President Bush in general is Burkean in temperament, emphasizing dialogue with the leadership in Moscow, Beijing and Pretoria, even when, for instance, a case might be made that in his Kiev speech of August 1991 he embraced Gorbachev beyond his due and his time.
Tiananmen produced stark challenges to conservative sensibilities about the rights of individuals. The president, however, has concluded that the maintenance of communication and trade not only advances short-term American interests on issues such as the Gulf War and peacekeeping in Cambodia, but in the long run bolsters the position in China of a Western-oriented entrepreneurial class that holds the best chance of promoting a regime more attuned to human rights concerns.
South Africa presents a similarly troubling philosophical dilemma for any conservative administration in Washington. While the first Republican presidency chose to risk war rather than compromise principles to end extremist apartheid—slavery—the last two Republican administrations have preferred to work with rather than against the government in Pretoria in an effort to help abolish apartheid in as civil and bloodless a way as possible. Fortunately, Washington has found in F. W. de Klerk an establishment leader heroically inclined to change and in Nelson Mandela a uniquely martyred aspirant. In competitive combination they give promise of an unusually civilized political phenomenon—evolutionary revolution.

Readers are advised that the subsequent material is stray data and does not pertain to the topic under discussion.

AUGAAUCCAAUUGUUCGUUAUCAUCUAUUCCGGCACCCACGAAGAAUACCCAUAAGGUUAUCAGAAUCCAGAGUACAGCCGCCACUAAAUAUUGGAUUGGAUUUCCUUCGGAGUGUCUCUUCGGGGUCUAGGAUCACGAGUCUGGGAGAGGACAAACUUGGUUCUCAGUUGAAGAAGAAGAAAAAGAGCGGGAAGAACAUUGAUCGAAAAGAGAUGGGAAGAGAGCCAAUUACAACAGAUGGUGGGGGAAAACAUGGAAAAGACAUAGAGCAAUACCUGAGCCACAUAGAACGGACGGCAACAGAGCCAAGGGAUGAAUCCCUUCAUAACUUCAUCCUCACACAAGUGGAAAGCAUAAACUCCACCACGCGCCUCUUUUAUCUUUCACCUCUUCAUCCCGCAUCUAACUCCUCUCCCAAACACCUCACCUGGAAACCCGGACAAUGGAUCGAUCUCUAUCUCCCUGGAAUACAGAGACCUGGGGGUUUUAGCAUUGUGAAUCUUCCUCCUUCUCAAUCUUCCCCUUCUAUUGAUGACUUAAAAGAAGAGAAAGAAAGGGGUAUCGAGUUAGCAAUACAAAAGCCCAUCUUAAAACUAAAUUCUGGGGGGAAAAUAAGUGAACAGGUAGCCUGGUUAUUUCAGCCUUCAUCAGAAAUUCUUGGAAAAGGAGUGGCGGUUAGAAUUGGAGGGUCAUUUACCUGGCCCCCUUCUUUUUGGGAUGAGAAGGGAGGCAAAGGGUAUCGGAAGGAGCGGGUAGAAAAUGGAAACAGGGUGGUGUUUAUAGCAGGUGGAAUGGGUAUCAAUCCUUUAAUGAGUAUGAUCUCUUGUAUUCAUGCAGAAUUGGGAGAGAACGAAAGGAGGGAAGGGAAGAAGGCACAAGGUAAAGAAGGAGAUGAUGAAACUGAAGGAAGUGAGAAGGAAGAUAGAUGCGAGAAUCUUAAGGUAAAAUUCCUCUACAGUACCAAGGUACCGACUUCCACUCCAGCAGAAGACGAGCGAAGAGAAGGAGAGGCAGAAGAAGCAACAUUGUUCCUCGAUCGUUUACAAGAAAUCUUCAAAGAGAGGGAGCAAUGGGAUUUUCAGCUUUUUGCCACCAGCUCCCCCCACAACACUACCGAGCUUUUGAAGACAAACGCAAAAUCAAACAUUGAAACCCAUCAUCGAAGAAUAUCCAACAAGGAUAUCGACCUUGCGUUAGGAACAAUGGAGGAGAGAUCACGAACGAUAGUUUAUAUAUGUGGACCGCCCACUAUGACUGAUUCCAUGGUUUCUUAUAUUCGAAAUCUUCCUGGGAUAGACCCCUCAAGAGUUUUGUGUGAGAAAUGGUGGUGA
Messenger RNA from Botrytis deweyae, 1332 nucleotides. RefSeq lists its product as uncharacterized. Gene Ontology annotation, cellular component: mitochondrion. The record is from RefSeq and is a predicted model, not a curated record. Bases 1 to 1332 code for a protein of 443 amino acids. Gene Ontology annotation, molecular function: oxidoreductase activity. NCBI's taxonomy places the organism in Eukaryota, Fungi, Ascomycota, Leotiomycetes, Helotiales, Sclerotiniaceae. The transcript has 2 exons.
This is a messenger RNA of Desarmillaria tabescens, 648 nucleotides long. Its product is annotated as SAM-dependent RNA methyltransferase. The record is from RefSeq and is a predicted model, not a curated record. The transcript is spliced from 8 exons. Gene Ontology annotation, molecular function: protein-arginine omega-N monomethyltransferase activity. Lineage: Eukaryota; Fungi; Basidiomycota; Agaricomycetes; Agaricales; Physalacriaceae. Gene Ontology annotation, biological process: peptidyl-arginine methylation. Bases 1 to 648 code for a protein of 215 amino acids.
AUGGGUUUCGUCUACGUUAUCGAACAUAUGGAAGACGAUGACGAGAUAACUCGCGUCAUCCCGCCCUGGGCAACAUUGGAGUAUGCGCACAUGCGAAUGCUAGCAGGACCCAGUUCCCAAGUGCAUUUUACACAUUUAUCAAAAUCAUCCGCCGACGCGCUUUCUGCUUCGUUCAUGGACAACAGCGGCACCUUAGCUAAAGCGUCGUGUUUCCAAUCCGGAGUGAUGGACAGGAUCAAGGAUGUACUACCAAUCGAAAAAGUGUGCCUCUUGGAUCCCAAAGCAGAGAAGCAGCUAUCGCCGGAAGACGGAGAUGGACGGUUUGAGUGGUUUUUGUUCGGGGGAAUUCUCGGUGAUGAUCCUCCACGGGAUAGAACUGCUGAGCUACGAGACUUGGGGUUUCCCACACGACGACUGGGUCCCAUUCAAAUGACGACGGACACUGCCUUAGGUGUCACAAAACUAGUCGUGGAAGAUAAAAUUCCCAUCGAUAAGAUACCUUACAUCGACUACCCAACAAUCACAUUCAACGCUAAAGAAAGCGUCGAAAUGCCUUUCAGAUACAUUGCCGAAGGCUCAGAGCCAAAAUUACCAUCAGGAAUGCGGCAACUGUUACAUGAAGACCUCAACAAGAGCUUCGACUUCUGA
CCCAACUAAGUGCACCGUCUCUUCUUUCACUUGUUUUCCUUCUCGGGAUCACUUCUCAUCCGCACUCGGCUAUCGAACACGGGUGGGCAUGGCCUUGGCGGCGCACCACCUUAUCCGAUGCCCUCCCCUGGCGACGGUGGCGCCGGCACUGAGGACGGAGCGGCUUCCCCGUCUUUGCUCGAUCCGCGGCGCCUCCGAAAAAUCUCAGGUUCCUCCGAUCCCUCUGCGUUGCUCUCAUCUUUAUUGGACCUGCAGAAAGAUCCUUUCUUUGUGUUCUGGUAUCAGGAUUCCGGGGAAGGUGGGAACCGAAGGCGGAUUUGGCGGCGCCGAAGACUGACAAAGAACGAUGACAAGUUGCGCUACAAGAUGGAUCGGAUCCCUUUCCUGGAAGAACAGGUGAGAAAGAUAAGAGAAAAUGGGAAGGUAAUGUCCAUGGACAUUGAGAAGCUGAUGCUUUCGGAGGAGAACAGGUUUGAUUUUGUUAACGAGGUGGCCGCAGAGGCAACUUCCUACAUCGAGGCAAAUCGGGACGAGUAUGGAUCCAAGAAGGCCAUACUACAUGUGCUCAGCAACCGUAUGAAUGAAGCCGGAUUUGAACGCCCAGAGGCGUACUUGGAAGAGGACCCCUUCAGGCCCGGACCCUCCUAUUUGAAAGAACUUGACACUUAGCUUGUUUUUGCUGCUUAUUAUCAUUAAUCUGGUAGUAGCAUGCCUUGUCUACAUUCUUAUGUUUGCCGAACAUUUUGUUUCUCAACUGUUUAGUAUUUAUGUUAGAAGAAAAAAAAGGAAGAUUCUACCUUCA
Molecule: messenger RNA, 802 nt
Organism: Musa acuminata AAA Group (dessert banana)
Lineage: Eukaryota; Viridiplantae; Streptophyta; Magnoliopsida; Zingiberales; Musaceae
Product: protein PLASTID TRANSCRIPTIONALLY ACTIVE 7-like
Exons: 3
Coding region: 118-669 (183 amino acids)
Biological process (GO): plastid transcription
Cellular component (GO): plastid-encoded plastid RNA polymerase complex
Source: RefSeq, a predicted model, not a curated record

President Bush’s critics have frequently gibed at him for problems with "the vision thing." Episcopalian in attitude as well as religious conviction, Bush eschews philosophical and even policy articulation, emphasizing reasoned decision-making and good judgment as contrasted with philosophical explication.
The Dutch architect Mies van der Rohe developed a theory of architecture around simplicity of design and the observation that "less is more," that is, the cluttering of design with fixtures and flourishes too often represents imperfection. Likewise, less can sometimes be more in public policy. In a variant of Teddy Roosevelt’s "speak softly but carry a big stick" theme, President Bush’s approach appears to be to speak little, sometimes in a convoluted fashion—with the manner more than the substance of his comments inducing confidence that he leads an administration capable of crafting reasoned responses to challenges of the day.
Instinctively, Bush at his low-key best appears to be attempting to follow the advice of Thomas Paine that "moderation in temper is always a virtue; moderation in principle is always a vice." To the extent the president attempts to appeal in public pronouncements to wider constituencies, his higher charged patriotic rhetoric often shields a deep-seated internationalism.
If one American political party has been historically identified with the advocacy of collective security and the multilateral diplomacy it implies, it is the Democratic Party. Collective security was the watchword of Woodrow Wilson, who literally drove himself to death defending the principle against strident critics. Franklin Roosevelt, arguably the greatest president of this century, insisted that collective security principles be espoused in the Atlantic Charter, in authoritative statements of American war aims in World War II and ultimately in the Charter of the United Nations.
Yet today it is a Republican president who, in opposition to both the isolationist and go-it-alone interventionist themes that have ambivalently represented much of this century’s conservative tradition, is in the vanguard of constructive internationalism and credible collective security endeavors. Such is the implication of the extraordinary international coalition that Washington led in the Gulf War. Such is also the meaning of U.N.-sanctioned peacekeeping initiatives in Cambodia and Yugoslavia.